Growing beyond a flour mill

by Charlotte Atchley
Share This:

For most members of the baking industry, flour does not fall in the ingredient category but is classified as a commodity. Milling companies are seen as milling companies, not suppliers. When wholesale bakeries come to Bay State Milling Co., Quincy, MA, and find a functioning innovation center much like those found at ingredient suppliers, they tend to be surprised.

“I don’t know how many times I’ve heard someone say, ‘Wow, I’ve never known a flour miller to be able to do anything like this or be innovative or create solutions,’” said Colleen Zammer, director of product marketing, Bay State Milling. “It’s taken us to a whole new level from flour milling company to ingredient supplier.”

The company decided to make this jump with an innovation center to keep up with the market. During Bay State Milling’s 113-year-long existence, much of the focus has been on white flour, but as the market moves more toward whole grains and grains other than wheat, the executive team decided to get ahead of the curve to help customers adapt to new trends.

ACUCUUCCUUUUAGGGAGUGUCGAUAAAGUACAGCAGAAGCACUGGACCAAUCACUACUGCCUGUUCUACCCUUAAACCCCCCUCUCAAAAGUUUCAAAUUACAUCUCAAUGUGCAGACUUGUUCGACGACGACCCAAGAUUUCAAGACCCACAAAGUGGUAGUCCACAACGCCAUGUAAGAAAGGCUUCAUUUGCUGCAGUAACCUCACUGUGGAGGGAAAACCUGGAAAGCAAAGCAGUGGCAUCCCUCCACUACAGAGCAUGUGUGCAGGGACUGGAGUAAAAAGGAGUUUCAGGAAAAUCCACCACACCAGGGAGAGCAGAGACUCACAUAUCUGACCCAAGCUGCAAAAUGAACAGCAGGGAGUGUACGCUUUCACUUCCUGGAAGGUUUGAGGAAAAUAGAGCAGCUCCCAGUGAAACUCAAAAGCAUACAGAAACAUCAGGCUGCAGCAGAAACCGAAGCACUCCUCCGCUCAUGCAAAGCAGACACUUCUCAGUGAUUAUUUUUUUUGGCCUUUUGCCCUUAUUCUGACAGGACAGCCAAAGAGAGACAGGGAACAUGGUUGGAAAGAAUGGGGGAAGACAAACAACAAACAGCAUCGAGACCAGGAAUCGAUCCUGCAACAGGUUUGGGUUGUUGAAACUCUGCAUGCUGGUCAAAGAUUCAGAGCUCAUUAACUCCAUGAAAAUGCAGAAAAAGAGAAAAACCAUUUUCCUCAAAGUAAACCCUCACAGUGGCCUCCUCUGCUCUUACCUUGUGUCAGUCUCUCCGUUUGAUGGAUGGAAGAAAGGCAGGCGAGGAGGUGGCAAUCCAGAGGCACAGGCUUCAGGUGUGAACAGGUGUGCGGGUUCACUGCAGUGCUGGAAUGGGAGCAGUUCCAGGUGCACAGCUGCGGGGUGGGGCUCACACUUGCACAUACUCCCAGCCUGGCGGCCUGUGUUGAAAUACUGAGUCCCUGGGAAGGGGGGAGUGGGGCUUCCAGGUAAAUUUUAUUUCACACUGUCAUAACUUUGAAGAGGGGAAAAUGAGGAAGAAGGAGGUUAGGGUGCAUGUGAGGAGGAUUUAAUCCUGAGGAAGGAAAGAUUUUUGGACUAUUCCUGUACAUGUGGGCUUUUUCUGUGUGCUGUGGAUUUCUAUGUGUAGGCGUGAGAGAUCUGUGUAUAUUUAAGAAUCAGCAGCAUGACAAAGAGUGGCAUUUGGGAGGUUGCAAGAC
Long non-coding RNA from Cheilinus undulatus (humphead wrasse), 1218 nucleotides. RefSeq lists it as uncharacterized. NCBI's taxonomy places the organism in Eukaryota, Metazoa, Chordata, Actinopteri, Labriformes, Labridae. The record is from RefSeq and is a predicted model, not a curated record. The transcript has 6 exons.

“We expanded our capabilities from having a bake lab in the back of a flour mill to having a full lab with capabilities of producing multiple types of products and customizing and following the makeup process that our customers use in their facilities,” said Susan Kay, manager of product application. “We’re not just doing quality checks here.”

Add a Comment
We welcome your thoughtful comments. Please comply with our Community rules.








The views expressed in the comments section of Baking Business News do not reflect those of Baking Business News or its parent company, Sosland Publishing Co., Kansas City, Mo. Concern regarding a specific comment may be registered with the Editor by clicking the Report Abuse link.